WHAT’S IN A NAME?
As personal computers entered widespread office use in the 1980s, one limitation quickly became clear: How do I share the work I’ve done on my computer with someone else? In response, users almost immediately began looking for ways to connect one computer to another. Soon small “networks” of interconnected computers were popping up everywhere, and when those networks began to expand and connect with each other, the World Wide Web as we know it today was born.
Today’s Internet is faster and far more popular than it was 20 or 30 years ago, but the basic infrastructure remains the same. The real changes of late haven’t been in the way machines connect online, but in the way people connect online. The Internet has gone far beyond a simple network of machines. It has become a network of people, as well as a platform for all kinds of services — think of Google, eBay, and countless others — that simply wouldn’t exist without it.
By now, you’ve probably at least heard of blogging, Facebook, Twitter, and other popular social media platforms. Even traditional media— such as newspapers, radio and TV — have gone social, engaging and connecting with their audiences in all of these new ways. Of course, whether you take your headlines from a newspaper or a Twitter feed doesn’t change the headline. The revolutionary difference with social media is in the name: it’s social!
Social media tools take what used to be a monologue — a one-way message from a speaker to an audience — and transform it into a dialogue of interactive conversations in which anyone can participate in real time. In fact, the most popular social media uses by far have little to do with work or network news. In online communities like Facebook, Twitter and YouTube, the headlines are all about you, your friends and your family. With internet and social media tools, the busy lives of far-flung families and friends can connect in ways that time and distance would otherwise make difficult (or even impossible).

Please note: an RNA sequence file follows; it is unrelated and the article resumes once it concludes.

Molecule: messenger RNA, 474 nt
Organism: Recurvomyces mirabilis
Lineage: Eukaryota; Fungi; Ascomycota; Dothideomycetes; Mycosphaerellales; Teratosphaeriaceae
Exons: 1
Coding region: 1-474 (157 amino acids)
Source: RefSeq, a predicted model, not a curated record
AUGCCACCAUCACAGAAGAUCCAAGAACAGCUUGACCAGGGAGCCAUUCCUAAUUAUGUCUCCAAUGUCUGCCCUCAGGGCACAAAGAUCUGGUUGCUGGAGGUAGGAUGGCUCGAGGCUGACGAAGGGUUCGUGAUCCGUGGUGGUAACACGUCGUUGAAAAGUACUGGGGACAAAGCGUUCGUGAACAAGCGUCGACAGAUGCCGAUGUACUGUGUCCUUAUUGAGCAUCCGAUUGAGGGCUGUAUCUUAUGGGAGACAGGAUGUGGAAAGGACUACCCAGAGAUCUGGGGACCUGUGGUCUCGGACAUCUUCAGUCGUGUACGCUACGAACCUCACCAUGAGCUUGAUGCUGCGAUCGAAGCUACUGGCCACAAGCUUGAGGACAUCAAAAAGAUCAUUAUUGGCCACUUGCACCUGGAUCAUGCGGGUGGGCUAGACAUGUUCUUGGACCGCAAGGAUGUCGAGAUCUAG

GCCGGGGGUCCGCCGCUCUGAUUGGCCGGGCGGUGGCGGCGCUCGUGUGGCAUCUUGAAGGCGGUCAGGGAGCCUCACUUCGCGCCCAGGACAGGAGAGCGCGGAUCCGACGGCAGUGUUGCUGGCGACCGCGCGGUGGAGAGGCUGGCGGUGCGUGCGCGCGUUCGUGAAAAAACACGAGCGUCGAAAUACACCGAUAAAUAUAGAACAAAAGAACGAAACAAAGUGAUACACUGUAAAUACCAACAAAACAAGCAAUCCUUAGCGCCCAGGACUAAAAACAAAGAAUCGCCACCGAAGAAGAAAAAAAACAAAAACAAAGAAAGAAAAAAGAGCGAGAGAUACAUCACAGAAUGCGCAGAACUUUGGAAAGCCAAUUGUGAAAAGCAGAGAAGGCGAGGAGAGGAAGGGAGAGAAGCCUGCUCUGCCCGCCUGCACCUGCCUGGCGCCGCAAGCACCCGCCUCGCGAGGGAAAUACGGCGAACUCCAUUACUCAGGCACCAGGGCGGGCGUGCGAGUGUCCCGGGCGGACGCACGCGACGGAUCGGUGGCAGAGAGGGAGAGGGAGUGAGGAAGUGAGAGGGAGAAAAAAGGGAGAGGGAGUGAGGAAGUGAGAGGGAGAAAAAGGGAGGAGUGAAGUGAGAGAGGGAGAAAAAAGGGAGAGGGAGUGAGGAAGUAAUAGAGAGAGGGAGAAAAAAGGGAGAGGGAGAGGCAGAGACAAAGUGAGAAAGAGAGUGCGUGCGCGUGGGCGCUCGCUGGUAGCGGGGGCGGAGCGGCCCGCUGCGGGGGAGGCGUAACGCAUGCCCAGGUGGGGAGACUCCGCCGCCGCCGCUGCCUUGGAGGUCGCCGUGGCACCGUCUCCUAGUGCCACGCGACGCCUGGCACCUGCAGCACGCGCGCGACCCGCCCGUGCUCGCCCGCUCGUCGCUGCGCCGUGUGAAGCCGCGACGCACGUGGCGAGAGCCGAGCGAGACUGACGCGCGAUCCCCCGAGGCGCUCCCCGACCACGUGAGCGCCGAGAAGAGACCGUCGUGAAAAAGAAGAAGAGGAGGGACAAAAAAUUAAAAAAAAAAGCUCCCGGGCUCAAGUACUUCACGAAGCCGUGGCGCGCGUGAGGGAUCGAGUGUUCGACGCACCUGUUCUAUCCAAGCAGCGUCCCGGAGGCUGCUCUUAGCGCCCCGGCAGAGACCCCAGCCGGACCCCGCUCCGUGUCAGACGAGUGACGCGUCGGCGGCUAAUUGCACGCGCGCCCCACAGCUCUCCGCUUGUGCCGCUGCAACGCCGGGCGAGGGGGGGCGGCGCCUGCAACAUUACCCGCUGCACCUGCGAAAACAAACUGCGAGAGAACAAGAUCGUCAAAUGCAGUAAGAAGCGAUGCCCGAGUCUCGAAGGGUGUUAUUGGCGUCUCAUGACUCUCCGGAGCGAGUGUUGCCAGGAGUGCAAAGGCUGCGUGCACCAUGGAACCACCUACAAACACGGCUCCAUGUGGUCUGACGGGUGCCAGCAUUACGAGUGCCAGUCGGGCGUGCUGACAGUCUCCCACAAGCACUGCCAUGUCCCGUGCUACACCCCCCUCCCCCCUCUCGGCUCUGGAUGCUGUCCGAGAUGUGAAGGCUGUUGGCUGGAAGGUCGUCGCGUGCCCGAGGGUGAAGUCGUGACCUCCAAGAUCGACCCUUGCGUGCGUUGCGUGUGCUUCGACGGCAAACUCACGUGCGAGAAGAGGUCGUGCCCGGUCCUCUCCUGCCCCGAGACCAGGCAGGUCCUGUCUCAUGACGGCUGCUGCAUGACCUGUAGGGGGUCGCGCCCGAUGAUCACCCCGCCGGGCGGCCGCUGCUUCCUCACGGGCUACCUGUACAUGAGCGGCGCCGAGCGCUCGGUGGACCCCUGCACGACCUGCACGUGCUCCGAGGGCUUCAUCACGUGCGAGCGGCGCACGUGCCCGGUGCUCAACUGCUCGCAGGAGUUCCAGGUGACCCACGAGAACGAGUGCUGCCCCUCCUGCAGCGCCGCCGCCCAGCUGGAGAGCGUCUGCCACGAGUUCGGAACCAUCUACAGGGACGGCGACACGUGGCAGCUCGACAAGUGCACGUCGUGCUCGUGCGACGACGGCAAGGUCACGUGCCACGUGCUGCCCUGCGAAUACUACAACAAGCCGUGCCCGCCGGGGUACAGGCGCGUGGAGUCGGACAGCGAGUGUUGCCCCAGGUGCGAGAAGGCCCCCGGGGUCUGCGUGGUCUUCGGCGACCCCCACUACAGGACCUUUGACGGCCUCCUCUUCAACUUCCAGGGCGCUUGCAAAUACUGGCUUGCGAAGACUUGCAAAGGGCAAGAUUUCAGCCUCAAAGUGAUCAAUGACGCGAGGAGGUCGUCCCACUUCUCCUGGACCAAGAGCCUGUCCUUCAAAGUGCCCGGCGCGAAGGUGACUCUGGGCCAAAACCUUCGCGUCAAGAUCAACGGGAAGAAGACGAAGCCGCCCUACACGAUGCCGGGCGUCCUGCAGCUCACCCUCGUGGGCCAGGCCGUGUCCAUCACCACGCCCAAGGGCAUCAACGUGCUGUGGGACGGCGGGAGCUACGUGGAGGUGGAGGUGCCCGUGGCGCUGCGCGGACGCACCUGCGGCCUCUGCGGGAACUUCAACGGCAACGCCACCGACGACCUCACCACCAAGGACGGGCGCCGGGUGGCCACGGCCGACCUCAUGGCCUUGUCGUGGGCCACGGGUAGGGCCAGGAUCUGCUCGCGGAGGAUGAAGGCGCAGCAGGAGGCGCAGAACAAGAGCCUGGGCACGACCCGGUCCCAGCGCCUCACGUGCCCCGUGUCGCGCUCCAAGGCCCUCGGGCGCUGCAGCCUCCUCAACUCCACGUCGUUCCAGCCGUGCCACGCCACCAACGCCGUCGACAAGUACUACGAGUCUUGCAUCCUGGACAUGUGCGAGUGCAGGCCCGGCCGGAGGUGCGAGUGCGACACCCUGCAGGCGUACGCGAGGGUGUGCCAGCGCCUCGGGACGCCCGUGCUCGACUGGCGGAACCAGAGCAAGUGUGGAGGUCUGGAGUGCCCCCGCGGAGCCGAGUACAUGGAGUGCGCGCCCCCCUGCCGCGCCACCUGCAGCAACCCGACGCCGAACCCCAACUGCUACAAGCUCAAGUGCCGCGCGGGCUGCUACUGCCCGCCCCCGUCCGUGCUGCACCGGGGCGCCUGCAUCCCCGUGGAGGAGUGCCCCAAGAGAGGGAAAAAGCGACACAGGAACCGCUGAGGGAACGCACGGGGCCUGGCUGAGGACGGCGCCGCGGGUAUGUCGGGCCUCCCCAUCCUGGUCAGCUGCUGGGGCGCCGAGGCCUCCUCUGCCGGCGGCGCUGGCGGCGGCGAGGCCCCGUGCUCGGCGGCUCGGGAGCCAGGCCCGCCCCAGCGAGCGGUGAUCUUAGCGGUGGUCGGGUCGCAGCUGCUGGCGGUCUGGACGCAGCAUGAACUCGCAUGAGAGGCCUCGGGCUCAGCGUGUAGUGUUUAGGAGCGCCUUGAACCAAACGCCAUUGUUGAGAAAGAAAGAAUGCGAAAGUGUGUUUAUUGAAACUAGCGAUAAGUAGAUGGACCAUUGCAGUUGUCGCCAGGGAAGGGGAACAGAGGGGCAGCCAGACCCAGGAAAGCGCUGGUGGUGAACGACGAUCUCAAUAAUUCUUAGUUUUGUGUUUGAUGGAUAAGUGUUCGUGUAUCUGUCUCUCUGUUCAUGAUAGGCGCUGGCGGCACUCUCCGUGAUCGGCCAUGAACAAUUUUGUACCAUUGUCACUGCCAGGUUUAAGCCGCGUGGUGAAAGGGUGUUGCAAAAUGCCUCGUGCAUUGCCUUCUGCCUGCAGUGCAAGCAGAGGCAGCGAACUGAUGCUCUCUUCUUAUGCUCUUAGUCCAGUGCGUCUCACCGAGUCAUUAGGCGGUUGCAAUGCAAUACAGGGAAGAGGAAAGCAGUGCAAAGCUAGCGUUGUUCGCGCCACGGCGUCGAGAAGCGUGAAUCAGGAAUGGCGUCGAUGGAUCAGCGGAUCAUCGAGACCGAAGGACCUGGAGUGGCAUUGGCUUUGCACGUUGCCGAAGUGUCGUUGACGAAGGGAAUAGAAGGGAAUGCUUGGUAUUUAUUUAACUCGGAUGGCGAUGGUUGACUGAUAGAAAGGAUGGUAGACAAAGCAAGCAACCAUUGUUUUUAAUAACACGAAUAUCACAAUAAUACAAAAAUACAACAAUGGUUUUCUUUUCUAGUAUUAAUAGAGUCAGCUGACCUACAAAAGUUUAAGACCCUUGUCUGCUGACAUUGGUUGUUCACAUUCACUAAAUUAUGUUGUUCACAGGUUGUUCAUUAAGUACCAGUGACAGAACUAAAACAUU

There are over 1.7 billion Internet users in the world today, including over 220 million in the United States. 77% of American adults use the Internet, and their top 10 uses are:
- Send or read email
- Use a search engine to find information
- Search for a map or driving directions
- Look for health/medical info
- Look for info on a hobby or interest
- Look for information online about a service or product you are thinking of buying
- Check the weather
- Buy a product
- Get news
- Go online just for fun or to pass the time – Internet World Stats, September
2009; Pew Internet and American Life Project, September 2009
These new interactive capabilities are having a profound impact on healthcare. Pew notes that 8 in 10 Internet users — or 61% of U.S. adults— have looked online for health information. More patients are more knowledgeable than ever before, and they’re staying online to discuss and share what they’ve learned. Online communities focused on healthcare are serving to quickly exchange information, questions and answers between healthcare providers, patients, families and friends. Subjects range from simple procedures and advice on parenting to full-on
emotional support when facing a chronic illness or the loss of a loved one. This online democratization of healthcare information is a key component of what’s being called “participatory medicine” — a model of medical care that emphasizes an active role for the patient. When you or your loved ones fall ill, knowledge is especially empowering and comforting — as is the understanding that you are part of a larger community.
SOCIAL MEDIA AND YOUR HEALTH
Of course, the vast majority of people with a health problem want to consult a healthcare professional in person, and the prevalence of online information makes some people worry about a world that seems more isolated, not less. But recent studies have shown that active users of new communication technologies are actually deepening their social circles, not shrinking them. In addition, the very act of participating in social media may have some health benefits of its own. “Our survey results suggest that people’s lives are likely to be enhanced by participation with new communication technologies, rather than by fearing that their use of new technology will send them into a spiral of isolation.”